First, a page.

USA Today recently announced what must be, at best, an incredibly shallow assessment and comparison of governments, around the world, with the conclusion that the US is a “failed democracy.”
It’s failed because “trust in government, political parties and leaders had plummeted to ‘extremely low levels’ in the US…” according to a research arm of the publication, The Economist.
And don’t blame it on Trump, they said; it just paved the way for Trump.
First off, how could any reasoning person blame it on Trump? Trump has been in office only a few days. Anyone who thinks that Trump has had any influence on the state of civic attitude is not someone worth addressing.
Secondly, if the US has failed as a democracy it might be because it was never intended to be a democracy. The Economist should know that, even if most people don’t. The US was founded as a Constitutional Republic, aimed at protecting the individual citizen from the insanity of mob rule, into which most democracies eventually disintegrate. If the persistent effort of trying to portray the US as a democracy, and the teaching of such to school children, has failed, then that’s a good thing.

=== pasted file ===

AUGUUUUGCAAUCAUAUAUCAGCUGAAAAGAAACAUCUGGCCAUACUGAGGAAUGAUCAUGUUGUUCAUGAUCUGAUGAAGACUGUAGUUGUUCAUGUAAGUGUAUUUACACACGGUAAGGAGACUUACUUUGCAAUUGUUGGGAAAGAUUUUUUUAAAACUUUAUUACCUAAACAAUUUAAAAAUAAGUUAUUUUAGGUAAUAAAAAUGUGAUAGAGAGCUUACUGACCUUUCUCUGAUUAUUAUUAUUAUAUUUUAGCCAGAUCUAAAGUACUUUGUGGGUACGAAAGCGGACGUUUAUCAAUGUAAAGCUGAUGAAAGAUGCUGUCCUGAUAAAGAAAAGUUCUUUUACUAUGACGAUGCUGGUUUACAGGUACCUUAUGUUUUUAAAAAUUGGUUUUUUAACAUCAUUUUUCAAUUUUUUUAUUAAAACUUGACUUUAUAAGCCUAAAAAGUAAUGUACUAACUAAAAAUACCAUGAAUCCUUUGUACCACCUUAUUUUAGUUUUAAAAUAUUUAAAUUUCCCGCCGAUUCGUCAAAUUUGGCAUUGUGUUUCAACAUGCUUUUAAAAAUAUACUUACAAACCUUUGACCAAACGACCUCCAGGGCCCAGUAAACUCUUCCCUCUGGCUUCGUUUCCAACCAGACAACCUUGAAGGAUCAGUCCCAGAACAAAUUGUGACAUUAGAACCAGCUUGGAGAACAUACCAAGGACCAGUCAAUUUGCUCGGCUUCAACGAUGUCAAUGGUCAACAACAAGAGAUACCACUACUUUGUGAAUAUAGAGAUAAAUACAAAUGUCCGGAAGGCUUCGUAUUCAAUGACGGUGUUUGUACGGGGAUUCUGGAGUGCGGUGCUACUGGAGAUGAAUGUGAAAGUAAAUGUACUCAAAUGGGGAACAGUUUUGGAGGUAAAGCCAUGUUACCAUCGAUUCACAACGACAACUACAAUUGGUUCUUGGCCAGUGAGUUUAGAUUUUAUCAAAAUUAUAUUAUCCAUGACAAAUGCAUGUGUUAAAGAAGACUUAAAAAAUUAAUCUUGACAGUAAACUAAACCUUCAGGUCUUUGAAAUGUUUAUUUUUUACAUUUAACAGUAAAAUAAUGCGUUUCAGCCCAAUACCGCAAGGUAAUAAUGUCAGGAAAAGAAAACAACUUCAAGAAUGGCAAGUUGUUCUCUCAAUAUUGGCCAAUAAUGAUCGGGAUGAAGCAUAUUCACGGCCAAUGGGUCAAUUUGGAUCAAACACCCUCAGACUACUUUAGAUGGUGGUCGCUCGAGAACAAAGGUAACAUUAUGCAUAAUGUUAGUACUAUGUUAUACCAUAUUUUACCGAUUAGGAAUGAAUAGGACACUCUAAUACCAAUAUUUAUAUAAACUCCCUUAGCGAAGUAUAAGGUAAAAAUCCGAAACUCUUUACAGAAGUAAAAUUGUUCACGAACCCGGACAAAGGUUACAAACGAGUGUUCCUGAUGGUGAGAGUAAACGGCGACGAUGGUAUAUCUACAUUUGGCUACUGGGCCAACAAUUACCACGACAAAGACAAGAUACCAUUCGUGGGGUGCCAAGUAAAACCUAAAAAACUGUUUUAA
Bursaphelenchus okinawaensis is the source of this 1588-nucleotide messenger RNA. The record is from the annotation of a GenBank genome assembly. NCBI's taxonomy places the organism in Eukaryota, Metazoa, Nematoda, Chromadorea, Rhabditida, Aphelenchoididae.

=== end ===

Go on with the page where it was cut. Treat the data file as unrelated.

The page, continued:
And finally – no one should have a “trust in government, political parties and leaders.” Our founders didn’t trust those things, why should we?
The structure of our government – the very careful crafting that went into the writing of the US Constitution – every syllable of it — was directed at making sure the average citizen didn’t have to “trust to government.” It was written with the hope that no individual had to live with their heart-in -their -mouth for fear of the idiosyncrasies of just one man, or what a group of self-serving politicians would do to the stability and enjoyment of their life. Each of us was expected to be the director of our own life, determine our own destiny, and to have the freedom in which to do that.